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Pepsi Pops Open New Strategy


Company launches takeover bid for its own bottling groups.

Ten years ago, PepsiCo (PEP) spun off its bottling division as investors sought to boost profits.

Pepsi Bottling Group's (PBG) IPO was one of the largest in NYSE history. Today, Pepsi Bottling accounts for about 40% of Pepsi's global volume and about 50% of Pepsi beverages sold in North America.

But declining sales of soft drinks have forced Pepsi to re-think its strategy. Pepsico has launched a takeover bid for Pepsi Bottling Group and PepsiAmericas (PAS), the Wall Street Journal reports.

PepsiCo is offering $29.50 a share in cash and stock for Pepsi Bottling, valuing the company at about $6.4 billion. It's also offering $23.27 a share for PepsiAmericas, valuing the company at about $2.9 billion.

The deal would allow PepsiCo to recast production and distribution, and cut costs. Apparently, incremental steps won't yield the needed savings, and management feels a complete shake-up is required.

Combining PepsiCo with the bottlers would give the company control of about 80% of its volume in North America. The deal could save as much as $200 million and boost earnings by $0.15 a share - if everything falls into place as planned.

PepsiCo now holds about 33% of PepsiBottling, based in Somers, NY, and about 40% of PepsiAmericas, based in Minneapolis.

Coca-Cola (KO) launched a publicly traded bottler in the late 1980s. The plan: Own up to 49% of the bottlers while keeping their assets off Coca-Cola's books. The system worked well for Coke, which established a network of bottlers worldwide. But by the late 1990s, the bottlers had taken on debt to expand into new sales territory and to buy new equipment.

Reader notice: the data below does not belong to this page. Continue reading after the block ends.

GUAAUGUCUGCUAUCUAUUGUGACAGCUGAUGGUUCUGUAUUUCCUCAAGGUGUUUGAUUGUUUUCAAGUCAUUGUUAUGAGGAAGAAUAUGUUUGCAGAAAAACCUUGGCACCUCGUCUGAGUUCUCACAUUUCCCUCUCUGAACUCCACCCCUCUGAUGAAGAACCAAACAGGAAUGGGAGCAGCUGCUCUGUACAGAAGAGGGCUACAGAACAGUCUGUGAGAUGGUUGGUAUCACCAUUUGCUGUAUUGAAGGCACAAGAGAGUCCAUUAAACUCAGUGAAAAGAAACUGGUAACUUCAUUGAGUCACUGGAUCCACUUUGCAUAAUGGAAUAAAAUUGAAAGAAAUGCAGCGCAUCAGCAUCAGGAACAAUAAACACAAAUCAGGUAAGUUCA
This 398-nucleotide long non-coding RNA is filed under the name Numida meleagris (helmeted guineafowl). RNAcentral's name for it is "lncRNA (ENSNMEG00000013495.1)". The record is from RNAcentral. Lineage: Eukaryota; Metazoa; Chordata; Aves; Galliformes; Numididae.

Control of distribution appears to be a key concern for PepsiCo. Last year, Pepsi Bottling launched distribution of Crush - a product of Dr. Pepper Snapple Group (DPS) that outsells Pepsi's fruit-soda brands.

Pepsi reported first-quarter net income of $1.14 billion, or $0.72 a share, compared with $1.15 billion, or $0.70 for the same period a year ago. Analysts expected the company to earn $0.67 a share on revenue of $8.28 billion. However, there were 3.8% fewer shares outstanding for the last reporting period.

Clearly, Pepsi believes the business has changed in the last 10 years, as more consumers choose water and juice drinks over carbonated beverages. This calls for revamped production and distribution, and it appears PepsiCo is moving aggressively to keep up with changes in the market.
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